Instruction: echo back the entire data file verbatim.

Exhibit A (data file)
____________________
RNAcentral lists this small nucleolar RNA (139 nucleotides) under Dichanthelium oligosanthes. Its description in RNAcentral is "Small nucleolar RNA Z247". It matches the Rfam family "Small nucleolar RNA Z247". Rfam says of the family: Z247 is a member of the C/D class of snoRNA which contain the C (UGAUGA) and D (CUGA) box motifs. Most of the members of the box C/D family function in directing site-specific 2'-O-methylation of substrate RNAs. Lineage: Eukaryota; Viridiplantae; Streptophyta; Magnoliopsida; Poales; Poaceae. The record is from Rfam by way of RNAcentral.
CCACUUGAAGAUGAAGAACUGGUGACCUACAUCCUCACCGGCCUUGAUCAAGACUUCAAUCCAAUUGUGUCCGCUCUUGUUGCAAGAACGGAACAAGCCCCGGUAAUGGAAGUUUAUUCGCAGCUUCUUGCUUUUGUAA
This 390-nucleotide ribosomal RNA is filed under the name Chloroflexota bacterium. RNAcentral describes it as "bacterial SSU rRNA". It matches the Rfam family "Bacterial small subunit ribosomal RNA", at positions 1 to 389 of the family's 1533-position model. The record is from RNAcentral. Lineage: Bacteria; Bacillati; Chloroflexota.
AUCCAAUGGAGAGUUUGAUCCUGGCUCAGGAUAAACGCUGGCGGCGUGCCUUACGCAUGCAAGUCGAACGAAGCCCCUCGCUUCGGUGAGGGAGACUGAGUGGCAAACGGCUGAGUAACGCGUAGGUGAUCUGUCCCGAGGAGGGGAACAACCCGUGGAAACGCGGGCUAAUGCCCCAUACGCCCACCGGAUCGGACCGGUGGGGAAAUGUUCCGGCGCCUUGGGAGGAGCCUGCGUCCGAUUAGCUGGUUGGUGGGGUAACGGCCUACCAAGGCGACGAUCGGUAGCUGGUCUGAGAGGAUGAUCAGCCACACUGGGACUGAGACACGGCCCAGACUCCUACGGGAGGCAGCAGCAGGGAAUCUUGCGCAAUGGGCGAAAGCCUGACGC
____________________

RNAcentral lists this small nucleolar RNA (139 nucleotides) under Dichanthelium oligosanthes. Its description in RNAcentral is "Small nucleolar RNA Z247". It matches the Rfam family "Small nucleolar RNA Z247". Rfam says of the family: Z247 is a member of the C/D class of snoRNA which contain the C (UGAUGA) and D (CUGA) box motifs. Most of the members of the box C/D family function in directing site-specific 2'-O-methylation of substrate RNAs. Lineage: Eukaryota; Viridiplantae; Streptophyta; Magnoliopsida; Poales; Poaceae. The record is from Rfam by way of RNAcentral.
CCACUUGAAGAUGAAGAACUGGUGACCUACAUCCUCACCGGCCUUGAUCAAGACUUCAAUCCAAUUGUGUCCGCUCUUGUUGCAAGAACGGAACAAGCCCCGGUAAUGGAAGUUUAUUCGCAGCUUCUUGCUUUUGUAA
This 390-nucleotide ribosomal RNA is filed under the name Chloroflexota bacterium. RNAcentral describes it as "bacterial SSU rRNA". It matches the Rfam family "Bacterial small subunit ribosomal RNA", at positions 1 to 389 of the family's 1533-position model. The record is from RNAcentral. Lineage: Bacteria; Bacillati; Chloroflexota.
AUCCAAUGGAGAGUUUGAUCCUGGCUCAGGAUAAACGCUGGCGGCGUGCCUUACGCAUGCAAGUCGAACGAAGCCCCUCGCUUCGGUGAGGGAGACUGAGUGGCAAACGGCUGAGUAACGCGUAGGUGAUCUGUCCCGAGGAGGGGAACAACCCGUGGAAACGCGGGCUAAUGCCCCAUACGCCCACCGGAUCGGACCGGUGGGGAAAUGUUCCGGCGCCUUGGGAGGAGCCUGCGUCCGAUUAGCUGGUUGGUGGGGUAACGGCCUACCAAGGCGACGAUCGGUAGCUGGUCUGAGAGGAUGAUCAGCCACACUGGGACUGAGACACGGCCCAGACUCCUACGGGAGGCAGCAGCAGGGAAUCUUGCGCAAUGGGCGAAAGCCUGACGC